Art Is... An Interview with the Multi-talented Professor Soap

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A Clip from Professor Soap's Planet Danger Courtesy of Professor Soap 

Professor Soap, AKA Ryan Mauskopt is a digital artist/musician/fine artist/animator (inhale).  He is a self-proclaimed “Purveyor of Audio Visual Candy”.  If you love the Onion, you’ve probably seen his work there while he was the lead graphic designer.  His VERY awesome animated short Spacetime Fabric Softener was recently featured prominently on io9, where Robert T. Gonzalez said it was so good, it was “almost therapeutic”.  He is also the visual force behind BustedTees.  

He is best know for his graphic art, but take a moment to look at his portraiture and paintings.  They are absolutely sublime.

Joe Hubris is enormously honored that he agreed to this interview.  In it, you will find the best quote about television ever.

Tell us a little about your background.

I grew up on Long Island near a supposedly famous Nathan's Hot Dog place (although I never could figure out why it was an important landmark, it's just hot dogs).  I moved to New York City where I attended SVA when I was Eighteen.  Although it was always frowned upon while growing up, I stuck with my passion for digital art.

Was there a moment when you decide you wanted to be an artist?

I think, as Picasso said, I just never stopped drawing.  Everyone is an artist when they're young but few stick with it long enough to really love it.

So, I think I am on safe ground when I call you a big nerd.  What fan-doms do you claim?

My parents forced me to play baseball when I was six years old.  It was terrible.  They knew what that meant and so they introduced me to Star Wars, Indiana Jones, and tons of music.  90's cartoons were super inspirational as well, and I would spend most of my free time watching Dexter's Lab and doodling on sketchpads.  Typical nerd stuff.

What was some of the music they introduced you to?  Who do you like now?

My parents were legit 80's wedding singers so there was a pretty eclectic mix of music.  Celine Dion, Weird Al, and lots of John Williams' movie music were some of my favorites (and still are).  Nowadays I jam out to Lemon Jelly, Zero 7, Electric Light Orchestra, and Daft Punk.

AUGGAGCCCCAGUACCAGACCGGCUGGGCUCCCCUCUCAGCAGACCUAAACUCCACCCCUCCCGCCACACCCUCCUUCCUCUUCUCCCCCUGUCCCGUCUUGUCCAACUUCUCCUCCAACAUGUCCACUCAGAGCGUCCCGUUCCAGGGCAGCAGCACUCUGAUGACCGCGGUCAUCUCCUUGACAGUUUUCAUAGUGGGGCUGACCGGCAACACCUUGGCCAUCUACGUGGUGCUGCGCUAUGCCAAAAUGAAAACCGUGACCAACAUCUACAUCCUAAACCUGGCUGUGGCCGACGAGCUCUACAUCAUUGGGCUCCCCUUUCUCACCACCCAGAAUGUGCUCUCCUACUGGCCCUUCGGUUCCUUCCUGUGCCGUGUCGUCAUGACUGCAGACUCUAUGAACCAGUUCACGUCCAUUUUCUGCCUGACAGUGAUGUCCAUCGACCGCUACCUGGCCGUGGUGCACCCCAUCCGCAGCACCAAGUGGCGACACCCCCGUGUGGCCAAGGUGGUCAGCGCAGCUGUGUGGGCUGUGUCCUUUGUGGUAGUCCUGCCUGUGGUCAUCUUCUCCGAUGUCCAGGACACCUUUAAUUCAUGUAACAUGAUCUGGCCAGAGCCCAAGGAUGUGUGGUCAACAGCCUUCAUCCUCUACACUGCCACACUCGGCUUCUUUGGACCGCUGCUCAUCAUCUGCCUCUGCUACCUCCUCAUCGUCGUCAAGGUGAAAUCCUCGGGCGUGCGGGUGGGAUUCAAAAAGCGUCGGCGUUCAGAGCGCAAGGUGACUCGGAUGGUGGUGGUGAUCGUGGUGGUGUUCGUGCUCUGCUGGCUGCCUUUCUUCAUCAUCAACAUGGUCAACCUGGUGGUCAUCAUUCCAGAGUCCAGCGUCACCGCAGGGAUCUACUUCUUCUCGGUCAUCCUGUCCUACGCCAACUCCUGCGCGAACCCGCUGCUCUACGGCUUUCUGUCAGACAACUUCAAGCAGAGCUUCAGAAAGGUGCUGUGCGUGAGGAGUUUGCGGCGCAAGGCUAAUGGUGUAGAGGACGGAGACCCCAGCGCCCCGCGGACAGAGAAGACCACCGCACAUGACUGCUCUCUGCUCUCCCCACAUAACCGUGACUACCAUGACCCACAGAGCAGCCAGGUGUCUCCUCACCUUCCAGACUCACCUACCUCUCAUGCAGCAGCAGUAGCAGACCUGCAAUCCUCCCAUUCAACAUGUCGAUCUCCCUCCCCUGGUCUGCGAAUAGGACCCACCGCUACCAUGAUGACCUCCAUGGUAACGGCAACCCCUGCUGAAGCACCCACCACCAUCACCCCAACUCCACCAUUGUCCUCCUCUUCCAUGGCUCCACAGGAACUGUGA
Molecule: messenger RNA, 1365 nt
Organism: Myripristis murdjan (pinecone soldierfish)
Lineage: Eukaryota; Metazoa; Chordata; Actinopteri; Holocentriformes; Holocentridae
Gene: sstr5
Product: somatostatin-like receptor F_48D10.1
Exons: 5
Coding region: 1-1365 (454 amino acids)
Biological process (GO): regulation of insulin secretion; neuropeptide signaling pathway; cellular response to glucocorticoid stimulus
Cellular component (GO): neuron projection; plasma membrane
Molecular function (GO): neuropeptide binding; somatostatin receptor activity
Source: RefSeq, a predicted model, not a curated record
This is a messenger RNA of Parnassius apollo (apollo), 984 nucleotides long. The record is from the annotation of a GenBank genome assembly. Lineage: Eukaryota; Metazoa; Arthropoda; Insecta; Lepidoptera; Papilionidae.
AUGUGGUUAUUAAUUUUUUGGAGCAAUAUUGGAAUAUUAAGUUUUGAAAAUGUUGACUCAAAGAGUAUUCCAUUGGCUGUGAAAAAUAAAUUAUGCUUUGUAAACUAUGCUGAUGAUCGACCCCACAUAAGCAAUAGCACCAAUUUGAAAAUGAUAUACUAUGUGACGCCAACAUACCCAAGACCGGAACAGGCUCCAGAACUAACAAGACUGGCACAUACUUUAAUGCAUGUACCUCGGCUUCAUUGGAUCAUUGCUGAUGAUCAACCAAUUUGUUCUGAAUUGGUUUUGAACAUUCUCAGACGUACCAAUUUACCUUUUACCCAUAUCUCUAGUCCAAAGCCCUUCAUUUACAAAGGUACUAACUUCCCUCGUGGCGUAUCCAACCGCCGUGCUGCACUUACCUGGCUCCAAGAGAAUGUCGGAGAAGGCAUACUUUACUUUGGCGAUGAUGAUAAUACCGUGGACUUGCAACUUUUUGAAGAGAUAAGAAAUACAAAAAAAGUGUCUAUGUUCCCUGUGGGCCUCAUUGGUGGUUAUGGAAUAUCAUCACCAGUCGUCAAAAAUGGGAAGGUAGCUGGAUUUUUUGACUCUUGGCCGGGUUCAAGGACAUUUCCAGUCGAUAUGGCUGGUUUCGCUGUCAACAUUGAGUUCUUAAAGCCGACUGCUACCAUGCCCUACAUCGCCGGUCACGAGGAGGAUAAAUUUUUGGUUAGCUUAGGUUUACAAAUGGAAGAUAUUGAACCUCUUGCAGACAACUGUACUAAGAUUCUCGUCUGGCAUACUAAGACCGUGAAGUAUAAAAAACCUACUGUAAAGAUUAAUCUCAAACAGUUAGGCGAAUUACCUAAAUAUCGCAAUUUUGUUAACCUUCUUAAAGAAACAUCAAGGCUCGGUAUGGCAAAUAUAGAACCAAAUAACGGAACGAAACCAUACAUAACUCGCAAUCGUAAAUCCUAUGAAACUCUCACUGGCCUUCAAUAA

You're an artist, animator and musician, how do those connect?  Do you have favorite?

I always wanted to find a way to reconcile all of my interests, and I think Professor Soap is that solution.  I'm too creatively restless to do the same thing every day.  In college I was told I would never get work if I didn't sit down and focus on just one thing.  I couldn't be a jack of all trades, they said.  That was the worst advice I was ever given.

Where do you get inspiration for your work in the different mediums?

Culture!  I can't get enough of what they call mind-numbing entertainment.  I never understood why Roald Dahl always expressed his hatred for TV when people like Jim Henson could take a trash can and some fuzzy foam and create something amazing for broadcast.  TV, movies, Broadway… they all have a hand in shaping your brain.  It won't melt after a few hours on the couch, trust me.

There's a certain optimism... a kind of edgy optimism in your work.  Where does that come from?

I'm just a happy guy, I guess.  If you're happy it will show in your work and whoever sees it, hopefully, will get those vibes too.  I just want everyone to be happy!

How did you get involved with the Onion?

The Onion was like my second family.  I started as a wee intern and met the most amazing people ever.  We've stuck together, creatively and casually, even after their move to Chicago last year.  Love those guys.

What about Bustedtees?

BustedTees was around loooong before I got the gig two years ago.  They used to be paired with CollegeHumor until they went solo, although our monthly writer's meetings are still pizza-and-joke parties at their HQ.  I'm the dude who makes those jokes into freaky fresh T-shirts.

Do you have a favorite one?

That's a toughie!  I'd say it's a tie between Quadruple T-Rex, Hang In There, and Titanic Hug.

What role do you see art and your art in particular playing in society today?

Art is on your iPhone, your desk lamp, and sprayed onto the brick wall behind your apartment.  It's that weird guy on the corner with newspapers glued to his shirt.  It's Jurassic Park.  Recently there's been a huge boom in refreshing, gorgeous artistic innovation that I'm very excited about, and it's everywhere.  It's everything, you know?

The motto of this site is "Information vs. Injustice".  Are you conscious of information and information technology when you're creating?

I suppose as a digital artist I really do have to keep up with information.  It's very easy to get left behind when something new pops up every day.  Information can also be inspiration, and ignoring inspiration isn't constructive

What can we look forward to seeing from you in the future?

More animation!  I've been slowly developing a pilot that I've shelved and un-shelved a million times.  Look for a legit cartoon with music and colors and fun in the near future.    It's called Danger Planet, and it follows a space captain and his robot sidekick as they try to escape a planet once their ship is shot down by space pirates.

A Clip from Danger Planet by Professor Soap: Courtesy of Professor Soap

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